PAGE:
Nevada County Consolidated Fire Department Chief Jim Turner, whose agency covers a lot of the Cascade Shores and Banner Mountain area, talked about the Joint Operation Area. The JOA is a consortium of local fire departments covering western Nevada County. The closest engine to any incident will respond, regardless of district boundaries. For example, it is quicker for an NCCFD engine to respond from Coyote Street to an incident at the Rood Center even though technically it is within Nevada City city limits. Their cooperation mirrors California’s mutual aid system where local government, Cal OES, CAL FIRE, federal resources and out of state resources will respond to any large incident like the 2018 Camp Fire in Butte County.

If NCCFD resources respond to an out-of-the-area incident, the district is always staffed, leaving no gaps in the coverage. But Turner also reminded the public that while engines are staffed with two firefighters at a minimum, the scarcity of resources demands homeowners take steps to be as prepared as possible.

Creating defensible space increases the chances of a home surviving a  fire and gives the occupants a better chance of escaping – if they are prepared.

Easily accessible driveways and reflective address signs will make it easier for firefighters to find your home in case of an emergency.

Turner’s staff is conducting Defensible Space Inspections (DSI) in collaboration with Nevada County. They are the first contact if a parcel owner does not comply with Nevada County’s hazardous vegetation ordinance. Between CAL FIRE, Nevada County OES inspectors and local fire agencies, over 4,000 DSIs were completed in 2018 within Nevada, Yuba and Placer counties.

Chief Turner also addressed concerns over the accessibility of Scotts Flat Dam Road. The gate on the road is a safety measure pursuant to DHS requirements.

NID worked with first responder agencies to install a Knox Box and every fire engine or law enforcement has access to the keys to open the road in case of an emergency.

Nevada County Sheriff’s Department and evacuations

NCSO Lieutenant Sean Scales focused on evacuation procedures. In case of a fire, NCSO’s dispatch is notified by the Emergency Command Center (ECC) dispatch of the need for evacuations. The duty officer will make contact with the fire’s incident commander to determine the size of the evacuation area, the direction of the fire and the immediate law enforcement resource needs. NCSO then sends out a CodeRED alert to residents based on the information.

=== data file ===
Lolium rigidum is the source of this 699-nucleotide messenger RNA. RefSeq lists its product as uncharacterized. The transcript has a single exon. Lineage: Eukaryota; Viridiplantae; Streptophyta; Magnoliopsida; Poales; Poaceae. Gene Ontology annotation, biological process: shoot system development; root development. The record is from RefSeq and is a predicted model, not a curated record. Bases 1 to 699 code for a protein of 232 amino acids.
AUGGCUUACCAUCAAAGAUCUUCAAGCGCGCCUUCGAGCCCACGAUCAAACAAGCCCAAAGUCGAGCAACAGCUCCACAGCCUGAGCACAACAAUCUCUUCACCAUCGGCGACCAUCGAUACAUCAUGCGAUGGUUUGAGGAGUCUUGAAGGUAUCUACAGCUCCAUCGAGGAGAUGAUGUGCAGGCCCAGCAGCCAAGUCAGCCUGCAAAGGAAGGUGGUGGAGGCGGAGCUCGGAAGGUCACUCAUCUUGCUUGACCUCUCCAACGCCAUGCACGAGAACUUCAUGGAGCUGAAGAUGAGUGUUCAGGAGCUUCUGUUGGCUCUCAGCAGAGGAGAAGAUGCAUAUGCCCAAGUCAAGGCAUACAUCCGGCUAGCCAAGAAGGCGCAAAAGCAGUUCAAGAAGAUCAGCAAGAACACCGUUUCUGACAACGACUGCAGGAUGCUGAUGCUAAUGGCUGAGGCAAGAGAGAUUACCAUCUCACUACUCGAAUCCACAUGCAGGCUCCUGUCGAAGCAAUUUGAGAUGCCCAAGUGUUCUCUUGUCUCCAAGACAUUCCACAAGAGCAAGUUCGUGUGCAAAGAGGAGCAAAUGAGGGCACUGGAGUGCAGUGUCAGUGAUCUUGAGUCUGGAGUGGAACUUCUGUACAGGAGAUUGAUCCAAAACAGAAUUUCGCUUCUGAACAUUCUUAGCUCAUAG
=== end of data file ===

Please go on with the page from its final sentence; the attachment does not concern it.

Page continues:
Scales listed a number of challenges during evacuations:

  • The fire itself
  • Non-ambulatory people
  • Traffic
  • Resources
  • Communication
  • People refusing to leave
  • Logistics

Evacuation routes in the area have known chokepoints, Scales said. NCSO is planning and preparing to conduct evacuations with these obstacles in mind. How will they do it? “We need you!” Scales stated. Residents have to be ready to leave and leave immediately at the first notice.

“Don’t panic – leave early” 

Lieutenant George Steffenson, the Commander of CHP Grass Valley, echoed many of Scales’ points. CHP will work in cooperation with NCSO and fire agencies to facilitate evacuations. He emphasized preparedness and reminded the audience to leave as early as possible. Even if “only an evacuation advisory” is issued, nothing prevents you from leaving. In fact, leaving if you have the slightest concern is a good idea. On Red Flag days especially, remember to be ready to go and above all, don’t panic – execute your plan.

CodeRED, PSPS, EOC – what does it mean?

Captain Jeff Pettitt, Nevada County’s OES Manager, was pleased to see the overwhelming majority of attendees were signed up for Nevada County’s Emergency Alert system, CodeRED. Notifications are address-based, meaning you can sign up to receive alerts via text, voice or email for multiple addresses i.e. parents or friends and family members that may need assistance.